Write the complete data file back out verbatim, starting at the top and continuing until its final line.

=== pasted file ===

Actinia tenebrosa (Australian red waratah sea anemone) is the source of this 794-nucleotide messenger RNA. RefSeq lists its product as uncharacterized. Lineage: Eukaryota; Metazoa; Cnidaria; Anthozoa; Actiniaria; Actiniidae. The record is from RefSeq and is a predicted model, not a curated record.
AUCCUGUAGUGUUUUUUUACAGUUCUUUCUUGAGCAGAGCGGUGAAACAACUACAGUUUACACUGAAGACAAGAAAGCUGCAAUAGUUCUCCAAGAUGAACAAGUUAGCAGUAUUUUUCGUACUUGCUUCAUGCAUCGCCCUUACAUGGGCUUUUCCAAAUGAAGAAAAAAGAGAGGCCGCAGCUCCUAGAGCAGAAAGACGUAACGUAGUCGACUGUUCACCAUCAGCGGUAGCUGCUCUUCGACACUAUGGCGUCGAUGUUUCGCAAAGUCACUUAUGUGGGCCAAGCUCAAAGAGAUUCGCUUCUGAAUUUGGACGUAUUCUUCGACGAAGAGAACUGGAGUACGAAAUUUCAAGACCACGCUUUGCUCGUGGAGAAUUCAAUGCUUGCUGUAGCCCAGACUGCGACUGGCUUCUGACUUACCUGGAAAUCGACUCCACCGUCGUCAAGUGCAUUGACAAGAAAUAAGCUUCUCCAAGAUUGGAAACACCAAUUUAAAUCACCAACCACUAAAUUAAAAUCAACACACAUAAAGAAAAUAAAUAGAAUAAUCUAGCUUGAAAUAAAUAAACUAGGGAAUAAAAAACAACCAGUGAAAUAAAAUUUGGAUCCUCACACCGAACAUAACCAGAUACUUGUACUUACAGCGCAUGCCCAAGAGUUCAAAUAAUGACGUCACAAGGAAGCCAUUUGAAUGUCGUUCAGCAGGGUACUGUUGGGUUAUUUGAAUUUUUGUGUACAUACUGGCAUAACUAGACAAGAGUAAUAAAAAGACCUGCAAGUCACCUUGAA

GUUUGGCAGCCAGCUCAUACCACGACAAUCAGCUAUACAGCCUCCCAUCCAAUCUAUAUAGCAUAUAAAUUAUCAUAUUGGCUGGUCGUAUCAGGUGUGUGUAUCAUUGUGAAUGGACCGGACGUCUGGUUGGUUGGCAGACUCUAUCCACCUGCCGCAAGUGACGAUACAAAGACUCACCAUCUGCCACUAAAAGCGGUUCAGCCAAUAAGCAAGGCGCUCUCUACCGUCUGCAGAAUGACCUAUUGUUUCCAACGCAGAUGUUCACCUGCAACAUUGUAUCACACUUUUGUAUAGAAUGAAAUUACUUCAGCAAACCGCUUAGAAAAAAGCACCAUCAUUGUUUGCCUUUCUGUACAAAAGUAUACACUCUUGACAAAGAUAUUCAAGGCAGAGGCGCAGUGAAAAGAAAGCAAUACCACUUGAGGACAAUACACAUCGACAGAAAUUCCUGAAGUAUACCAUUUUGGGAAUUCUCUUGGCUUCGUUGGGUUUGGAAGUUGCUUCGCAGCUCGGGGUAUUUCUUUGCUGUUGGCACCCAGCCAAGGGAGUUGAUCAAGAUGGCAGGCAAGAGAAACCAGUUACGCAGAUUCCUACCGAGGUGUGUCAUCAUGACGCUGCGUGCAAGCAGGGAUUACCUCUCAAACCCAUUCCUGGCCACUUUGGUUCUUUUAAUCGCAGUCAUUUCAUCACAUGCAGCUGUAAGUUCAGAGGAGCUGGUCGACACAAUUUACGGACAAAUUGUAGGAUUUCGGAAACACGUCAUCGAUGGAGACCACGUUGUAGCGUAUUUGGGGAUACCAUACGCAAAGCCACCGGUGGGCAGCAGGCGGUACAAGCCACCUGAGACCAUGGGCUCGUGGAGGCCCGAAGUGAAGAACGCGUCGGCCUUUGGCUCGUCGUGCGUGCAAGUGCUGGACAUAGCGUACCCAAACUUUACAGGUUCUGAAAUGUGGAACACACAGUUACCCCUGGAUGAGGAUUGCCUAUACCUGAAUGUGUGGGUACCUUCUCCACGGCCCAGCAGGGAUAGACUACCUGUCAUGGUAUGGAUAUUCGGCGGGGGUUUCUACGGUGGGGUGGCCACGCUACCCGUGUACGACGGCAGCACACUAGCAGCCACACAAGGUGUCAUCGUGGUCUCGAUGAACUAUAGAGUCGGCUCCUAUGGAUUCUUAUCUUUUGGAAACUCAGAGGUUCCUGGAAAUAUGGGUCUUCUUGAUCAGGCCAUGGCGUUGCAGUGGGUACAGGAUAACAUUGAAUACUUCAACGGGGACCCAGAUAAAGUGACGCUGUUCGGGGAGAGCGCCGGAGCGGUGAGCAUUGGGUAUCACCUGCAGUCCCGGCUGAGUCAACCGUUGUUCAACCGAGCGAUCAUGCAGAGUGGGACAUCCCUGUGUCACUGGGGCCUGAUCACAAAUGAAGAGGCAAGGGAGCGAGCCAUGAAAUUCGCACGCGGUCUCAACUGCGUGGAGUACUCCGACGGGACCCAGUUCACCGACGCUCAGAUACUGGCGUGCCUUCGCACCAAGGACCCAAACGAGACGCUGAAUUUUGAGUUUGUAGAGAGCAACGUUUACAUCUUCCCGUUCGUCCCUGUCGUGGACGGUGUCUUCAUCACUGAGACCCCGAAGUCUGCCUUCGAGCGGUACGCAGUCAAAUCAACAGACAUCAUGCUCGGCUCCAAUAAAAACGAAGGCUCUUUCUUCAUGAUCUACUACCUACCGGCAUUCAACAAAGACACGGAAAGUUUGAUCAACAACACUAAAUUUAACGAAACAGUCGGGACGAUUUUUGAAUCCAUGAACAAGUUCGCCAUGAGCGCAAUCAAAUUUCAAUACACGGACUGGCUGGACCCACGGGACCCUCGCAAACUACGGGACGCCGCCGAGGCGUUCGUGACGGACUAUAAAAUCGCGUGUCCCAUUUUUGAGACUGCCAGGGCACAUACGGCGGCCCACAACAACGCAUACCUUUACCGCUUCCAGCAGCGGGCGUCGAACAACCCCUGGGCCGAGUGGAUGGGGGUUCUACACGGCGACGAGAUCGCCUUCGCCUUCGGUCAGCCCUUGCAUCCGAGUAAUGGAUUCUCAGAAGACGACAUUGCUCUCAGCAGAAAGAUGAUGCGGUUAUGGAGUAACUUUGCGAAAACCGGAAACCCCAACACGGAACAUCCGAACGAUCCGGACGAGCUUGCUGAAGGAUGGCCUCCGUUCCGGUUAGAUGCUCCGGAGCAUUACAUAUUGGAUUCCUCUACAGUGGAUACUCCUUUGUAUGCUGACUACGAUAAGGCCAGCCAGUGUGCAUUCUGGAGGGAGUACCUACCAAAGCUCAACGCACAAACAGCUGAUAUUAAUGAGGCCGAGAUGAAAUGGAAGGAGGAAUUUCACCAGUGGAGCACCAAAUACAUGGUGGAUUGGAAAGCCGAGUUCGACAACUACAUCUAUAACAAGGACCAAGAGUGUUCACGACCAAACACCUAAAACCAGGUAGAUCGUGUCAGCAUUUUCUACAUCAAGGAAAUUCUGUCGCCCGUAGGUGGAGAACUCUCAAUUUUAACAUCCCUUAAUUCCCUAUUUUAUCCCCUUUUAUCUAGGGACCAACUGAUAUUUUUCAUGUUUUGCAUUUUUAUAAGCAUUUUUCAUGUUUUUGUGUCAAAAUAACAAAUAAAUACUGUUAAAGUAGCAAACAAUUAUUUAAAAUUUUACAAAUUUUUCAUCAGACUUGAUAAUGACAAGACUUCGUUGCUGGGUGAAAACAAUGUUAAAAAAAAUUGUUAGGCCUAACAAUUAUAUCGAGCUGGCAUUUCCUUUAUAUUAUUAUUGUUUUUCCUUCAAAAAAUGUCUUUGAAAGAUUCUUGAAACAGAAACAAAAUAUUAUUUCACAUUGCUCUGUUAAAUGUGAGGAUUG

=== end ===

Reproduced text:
Actinia tenebrosa (Australian red waratah sea anemone) is the source of this 794-nucleotide messenger RNA. RefSeq lists its product as uncharacterized. Lineage: Eukaryota; Metazoa; Cnidaria; Anthozoa; Actiniaria; Actiniidae. The record is from RefSeq and is a predicted model, not a curated record.
AUCCUGUAGUGUUUUUUUACAGUUCUUUCUUGAGCAGAGCGGUGAAACAACUACAGUUUACACUGAAGACAAGAAAGCUGCAAUAGUUCUCCAAGAUGAACAAGUUAGCAGUAUUUUUCGUACUUGCUUCAUGCAUCGCCCUUACAUGGGCUUUUCCAAAUGAAGAAAAAAGAGAGGCCGCAGCUCCUAGAGCAGAAAGACGUAACGUAGUCGACUGUUCACCAUCAGCGGUAGCUGCUCUUCGACACUAUGGCGUCGAUGUUUCGCAAAGUCACUUAUGUGGGCCAAGCUCAAAGAGAUUCGCUUCUGAAUUUGGACGUAUUCUUCGACGAAGAGAACUGGAGUACGAAAUUUCAAGACCACGCUUUGCUCGUGGAGAAUUCAAUGCUUGCUGUAGCCCAGACUGCGACUGGCUUCUGACUUACCUGGAAAUCGACUCCACCGUCGUCAAGUGCAUUGACAAGAAAUAAGCUUCUCCAAGAUUGGAAACACCAAUUUAAAUCACCAACCACUAAAUUAAAAUCAACACACAUAAAGAAAAUAAAUAGAAUAAUCUAGCUUGAAAUAAAUAAACUAGGGAAUAAAAAACAACCAGUGAAAUAAAAUUUGGAUCCUCACACCGAACAUAACCAGAUACUUGUACUUACAGCGCAUGCCCAAGAGUUCAAAUAAUGACGUCACAAGGAAGCCAUUUGAAUGUCGUUCAGCAGGGUACUGUUGGGUUAUUUGAAUUUUUGUGUACAUACUGGCAUAACUAGACAAGAGUAAUAAAAAGACCUGCAAGUCACCUUGAA

GUUUGGCAGCCAGCUCAUACCACGACAAUCAGCUAUACAGCCUCCCAUCCAAUCUAUAUAGCAUAUAAAUUAUCAUAUUGGCUGGUCGUAUCAGGUGUGUGUAUCAUUGUGAAUGGACCGGACGUCUGGUUGGUUGGCAGACUCUAUCCACCUGCCGCAAGUGACGAUACAAAGACUCACCAUCUGCCACUAAAAGCGGUUCAGCCAAUAAGCAAGGCGCUCUCUACCGUCUGCAGAAUGACCUAUUGUUUCCAACGCAGAUGUUCACCUGCAACAUUGUAUCACACUUUUGUAUAGAAUGAAAUUACUUCAGCAAACCGCUUAGAAAAAAGCACCAUCAUUGUUUGCCUUUCUGUACAAAAGUAUACACUCUUGACAAAGAUAUUCAAGGCAGAGGCGCAGUGAAAAGAAAGCAAUACCACUUGAGGACAAUACACAUCGACAGAAAUUCCUGAAGUAUACCAUUUUGGGAAUUCUCUUGGCUUCGUUGGGUUUGGAAGUUGCUUCGCAGCUCGGGGUAUUUCUUUGCUGUUGGCACCCAGCCAAGGGAGUUGAUCAAGAUGGCAGGCAAGAGAAACCAGUUACGCAGAUUCCUACCGAGGUGUGUCAUCAUGACGCUGCGUGCAAGCAGGGAUUACCUCUCAAACCCAUUCCUGGCCACUUUGGUUCUUUUAAUCGCAGUCAUUUCAUCACAUGCAGCUGUAAGUUCAGAGGAGCUGGUCGACACAAUUUACGGACAAAUUGUAGGAUUUCGGAAACACGUCAUCGAUGGAGACCACGUUGUAGCGUAUUUGGGGAUACCAUACGCAAAGCCACCGGUGGGCAGCAGGCGGUACAAGCCACCUGAGACCAUGGGCUCGUGGAGGCCCGAAGUGAAGAACGCGUCGGCCUUUGGCUCGUCGUGCGUGCAAGUGCUGGACAUAGCGUACCCAAACUUUACAGGUUCUGAAAUGUGGAACACACAGUUACCCCUGGAUGAGGAUUGCCUAUACCUGAAUGUGUGGGUACCUUCUCCACGGCCCAGCAGGGAUAGACUACCUGUCAUGGUAUGGAUAUUCGGCGGGGGUUUCUACGGUGGGGUGGCCACGCUACCCGUGUACGACGGCAGCACACUAGCAGCCACACAAGGUGUCAUCGUGGUCUCGAUGAACUAUAGAGUCGGCUCCUAUGGAUUCUUAUCUUUUGGAAACUCAGAGGUUCCUGGAAAUAUGGGUCUUCUUGAUCAGGCCAUGGCGUUGCAGUGGGUACAGGAUAACAUUGAAUACUUCAACGGGGACCCAGAUAAAGUGACGCUGUUCGGGGAGAGCGCCGGAGCGGUGAGCAUUGGGUAUCACCUGCAGUCCCGGCUGAGUCAACCGUUGUUCAACCGAGCGAUCAUGCAGAGUGGGACAUCCCUGUGUCACUGGGGCCUGAUCACAAAUGAAGAGGCAAGGGAGCGAGCCAUGAAAUUCGCACGCGGUCUCAACUGCGUGGAGUACUCCGACGGGACCCAGUUCACCGACGCUCAGAUACUGGCGUGCCUUCGCACCAAGGACCCAAACGAGACGCUGAAUUUUGAGUUUGUAGAGAGCAACGUUUACAUCUUCCCGUUCGUCCCUGUCGUGGACGGUGUCUUCAUCACUGAGACCCCGAAGUCUGCCUUCGAGCGGUACGCAGUCAAAUCAACAGACAUCAUGCUCGGCUCCAAUAAAAACGAAGGCUCUUUCUUCAUGAUCUACUACCUACCGGCAUUCAACAAAGACACGGAAAGUUUGAUCAACAACACUAAAUUUAACGAAACAGUCGGGACGAUUUUUGAAUCCAUGAACAAGUUCGCCAUGAGCGCAAUCAAAUUUCAAUACACGGACUGGCUGGACCCACGGGACCCUCGCAAACUACGGGACGCCGCCGAGGCGUUCGUGACGGACUAUAAAAUCGCGUGUCCCAUUUUUGAGACUGCCAGGGCACAUACGGCGGCCCACAACAACGCAUACCUUUACCGCUUCCAGCAGCGGGCGUCGAACAACCCCUGGGCCGAGUGGAUGGGGGUUCUACACGGCGACGAGAUCGCCUUCGCCUUCGGUCAGCCCUUGCAUCCGAGUAAUGGAUUCUCAGAAGACGACAUUGCUCUCAGCAGAAAGAUGAUGCGGUUAUGGAGUAACUUUGCGAAAACCGGAAACCCCAACACGGAACAUCCGAACGAUCCGGACGAGCUUGCUGAAGGAUGGCCUCCGUUCCGGUUAGAUGCUCCGGAGCAUUACAUAUUGGAUUCCUCUACAGUGGAUACUCCUUUGUAUGCUGACUACGAUAAGGCCAGCCAGUGUGCAUUCUGGAGGGAGUACCUACCAAAGCUCAACGCACAAACAGCUGAUAUUAAUGAGGCCGAGAUGAAAUGGAAGGAGGAAUUUCACCAGUGGAGCACCAAAUACAUGGUGGAUUGGAAAGCCGAGUUCGACAACUACAUCUAUAACAAGGACCAAGAGUGUUCACGACCAAACACCUAAAACCAGGUAGAUCGUGUCAGCAUUUUCUACAUCAAGGAAAUUCUGUCGCCCGUAGGUGGAGAACUCUCAAUUUUAACAUCCCUUAAUUCCCUAUUUUAUCCCCUUUUAUCUAGGGACCAACUGAUAUUUUUCAUGUUUUGCAUUUUUAUAAGCAUUUUUCAUGUUUUUGUGUCAAAAUAACAAAUAAAUACUGUUAAAGUAGCAAACAAUUAUUUAAAAUUUUACAAAUUUUUCAUCAGACUUGAUAAUGACAAGACUUCGUUGCUGGGUGAAAACAAUGUUAAAAAAAAUUGUUAGGCCUAACAAUUAUAUCGAGCUGGCAUUUCCUUUAUAUUAUUAUUGUUUUUCCUUCAAAAAAUGUCUUUGAAAGAUUCUUGAAACAGAAACAAAAUAUUAUUUCACAUUGCUCUGUUAAAUGUGAGGAUUG